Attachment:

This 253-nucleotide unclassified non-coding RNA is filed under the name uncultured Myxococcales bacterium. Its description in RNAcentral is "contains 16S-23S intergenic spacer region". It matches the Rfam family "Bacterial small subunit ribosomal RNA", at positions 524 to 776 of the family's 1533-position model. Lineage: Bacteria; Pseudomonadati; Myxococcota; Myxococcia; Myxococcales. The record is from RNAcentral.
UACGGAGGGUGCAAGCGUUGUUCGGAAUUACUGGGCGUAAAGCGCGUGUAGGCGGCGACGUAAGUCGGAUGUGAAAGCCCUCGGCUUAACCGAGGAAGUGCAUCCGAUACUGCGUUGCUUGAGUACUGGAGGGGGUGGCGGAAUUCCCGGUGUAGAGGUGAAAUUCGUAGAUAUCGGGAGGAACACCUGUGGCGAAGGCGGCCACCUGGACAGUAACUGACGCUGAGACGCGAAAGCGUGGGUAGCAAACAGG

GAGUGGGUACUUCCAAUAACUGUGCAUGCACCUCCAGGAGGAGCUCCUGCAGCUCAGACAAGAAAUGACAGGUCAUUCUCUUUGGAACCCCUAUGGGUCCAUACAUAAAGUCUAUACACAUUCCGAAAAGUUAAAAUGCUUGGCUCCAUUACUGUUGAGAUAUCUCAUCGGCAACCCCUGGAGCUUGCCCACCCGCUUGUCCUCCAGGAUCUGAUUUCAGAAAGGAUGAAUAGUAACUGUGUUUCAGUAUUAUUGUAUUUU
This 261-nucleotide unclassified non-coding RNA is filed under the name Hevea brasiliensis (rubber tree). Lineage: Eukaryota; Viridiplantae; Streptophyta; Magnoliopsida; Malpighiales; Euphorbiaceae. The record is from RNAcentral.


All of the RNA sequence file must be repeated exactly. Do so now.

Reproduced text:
This 253-nucleotide unclassified non-coding RNA is filed under the name uncultured Myxococcales bacterium. Its description in RNAcentral is "contains 16S-23S intergenic spacer region". It matches the Rfam family "Bacterial small subunit ribosomal RNA", at positions 524 to 776 of the family's 1533-position model. Lineage: Bacteria; Pseudomonadati; Myxococcota; Myxococcia; Myxococcales. The record is from RNAcentral.
UACGGAGGGUGCAAGCGUUGUUCGGAAUUACUGGGCGUAAAGCGCGUGUAGGCGGCGACGUAAGUCGGAUGUGAAAGCCCUCGGCUUAACCGAGGAAGUGCAUCCGAUACUGCGUUGCUUGAGUACUGGAGGGGGUGGCGGAAUUCCCGGUGUAGAGGUGAAAUUCGUAGAUAUCGGGAGGAACACCUGUGGCGAAGGCGGCCACCUGGACAGUAACUGACGCUGAGACGCGAAAGCGUGGGUAGCAAACAGG

GAGUGGGUACUUCCAAUAACUGUGCAUGCACCUCCAGGAGGAGCUCCUGCAGCUCAGACAAGAAAUGACAGGUCAUUCUCUUUGGAACCCCUAUGGGUCCAUACAUAAAGUCUAUACACAUUCCGAAAAGUUAAAAUGCUUGGCUCCAUUACUGUUGAGAUAUCUCAUCGGCAACCCCUGGAGCUUGCCCACCCGCUUGUCCUCCAGGAUCUGAUUUCAGAAAGGAUGAAUAGUAACUGUGUUUCAGUAUUAUUGUAUUUU
This 261-nucleotide unclassified non-coding RNA is filed under the name Hevea brasiliensis (rubber tree). Lineage: Eukaryota; Viridiplantae; Streptophyta; Magnoliopsida; Malpighiales; Euphorbiaceae. The record is from RNAcentral.